With The Forest in View, You Are Now a Data Ranger
With end-to-end instrumentation of all the workflow technologies, you can get down to making sense of it all. For those just getting started with this kind of approach, that will require a lot of manual connections. You will spend your time tending the forest, pruning trees, grouping them together, and relating them. That work, of course, will pay dividends in the future as your video analytics visualizations and dashboards become ever the smarter. But making manual connections between data sets within your storage isn’t scalable. Most streaming operators will look for ways to automate this through machine-learning or artificial intelligence systems. These systems, once trained, could propose connections on their own, making suggestions about the nature of a data value. For example, if your rebuffer ratio is high and your encoder is through errors, a system like this could bubble up a recommendation that one of the bitrates in the bitrate ladder is corrupt. An intelligent system might even analyze each of the bitrates and identify the one which is causing the higher rebuffer ratio.
Let the Forest Tend Itself
With a continual flow of data coming from throughout the workflow, normalizing and visualized for quick decisions, you are well on your way to taking the next step in streaming operations: automation. Edge-based, serverless processes, such as Lambda functions, could analyze results from different data sets in real-time (leveraging that machine-learning or AI layer that we mentioned previously) and take action against them based on pre-determined thresholds. For example, if viewers in a specific geographic region were having high TTFB values, the system could automatically switch to an alternate CDN. If that did not fix the problem, the system could then serve a lower bitrate, overriding the player logic with some data. You get the idea. A system like this not only provides granular, robust analysis to operations (through real-time, dynamic visualizations), but it also participates in continuous improvement and self-healing. Automation within the streaming video workflow could even get predictive by comparing real-time video analytics being collected with historical heuristics. What if the system knew that on Mondays, CDN A usually had a tough time in a certain geographic region? Rather than relying on the analysis of data to make a switch, why not automatically switch to CDN B during that time frame?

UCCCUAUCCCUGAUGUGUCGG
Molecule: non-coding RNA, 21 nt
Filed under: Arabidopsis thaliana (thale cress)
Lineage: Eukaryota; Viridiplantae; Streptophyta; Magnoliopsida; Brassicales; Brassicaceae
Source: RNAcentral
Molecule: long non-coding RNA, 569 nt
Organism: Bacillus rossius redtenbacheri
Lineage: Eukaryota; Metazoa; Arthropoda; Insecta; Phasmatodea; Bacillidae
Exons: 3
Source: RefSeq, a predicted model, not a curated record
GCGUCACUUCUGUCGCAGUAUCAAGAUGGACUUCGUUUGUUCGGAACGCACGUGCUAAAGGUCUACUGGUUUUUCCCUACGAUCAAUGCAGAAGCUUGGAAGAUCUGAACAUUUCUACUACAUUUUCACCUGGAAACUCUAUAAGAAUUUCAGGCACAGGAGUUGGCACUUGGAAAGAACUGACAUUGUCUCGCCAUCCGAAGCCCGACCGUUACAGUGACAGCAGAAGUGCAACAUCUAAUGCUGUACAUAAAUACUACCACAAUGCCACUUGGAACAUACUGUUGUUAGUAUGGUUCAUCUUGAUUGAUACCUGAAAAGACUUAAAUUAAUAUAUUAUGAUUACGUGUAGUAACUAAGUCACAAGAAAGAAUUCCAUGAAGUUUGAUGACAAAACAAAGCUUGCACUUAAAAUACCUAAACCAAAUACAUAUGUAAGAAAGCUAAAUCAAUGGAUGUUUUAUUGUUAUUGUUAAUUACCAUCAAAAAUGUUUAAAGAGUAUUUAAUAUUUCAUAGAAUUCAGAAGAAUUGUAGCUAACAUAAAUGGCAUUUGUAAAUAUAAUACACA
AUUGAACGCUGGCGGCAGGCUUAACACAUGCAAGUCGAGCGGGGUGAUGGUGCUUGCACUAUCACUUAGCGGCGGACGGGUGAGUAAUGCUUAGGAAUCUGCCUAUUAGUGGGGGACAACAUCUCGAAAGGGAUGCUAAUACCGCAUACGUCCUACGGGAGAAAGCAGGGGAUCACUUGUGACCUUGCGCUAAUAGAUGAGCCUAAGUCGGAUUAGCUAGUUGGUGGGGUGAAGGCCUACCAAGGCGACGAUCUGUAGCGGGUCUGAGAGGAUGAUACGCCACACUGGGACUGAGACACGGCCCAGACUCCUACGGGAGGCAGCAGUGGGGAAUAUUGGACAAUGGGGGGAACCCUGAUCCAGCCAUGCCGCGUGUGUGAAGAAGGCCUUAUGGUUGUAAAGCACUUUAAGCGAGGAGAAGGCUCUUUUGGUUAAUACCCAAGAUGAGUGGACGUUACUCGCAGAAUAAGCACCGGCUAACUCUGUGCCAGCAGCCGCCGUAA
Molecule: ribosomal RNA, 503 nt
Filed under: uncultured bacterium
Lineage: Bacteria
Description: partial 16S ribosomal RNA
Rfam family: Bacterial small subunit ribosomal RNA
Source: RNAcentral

Data Enables Decisions, It Doesn’t Make Them
Don’t be the streaming provider that just sees the numbers. That’s looking just at the trees. To truly make informed business decisions that affect QoE and QoS, which in turn affect subscriber satisfaction and churn rates, you need end-to-end instrumentation. With a system that collects all the data, normalizes it, and visualizes it, you can be assured that your operations personnel can see the forest to make better, holistic decisions rather than fixing the value for a single data point.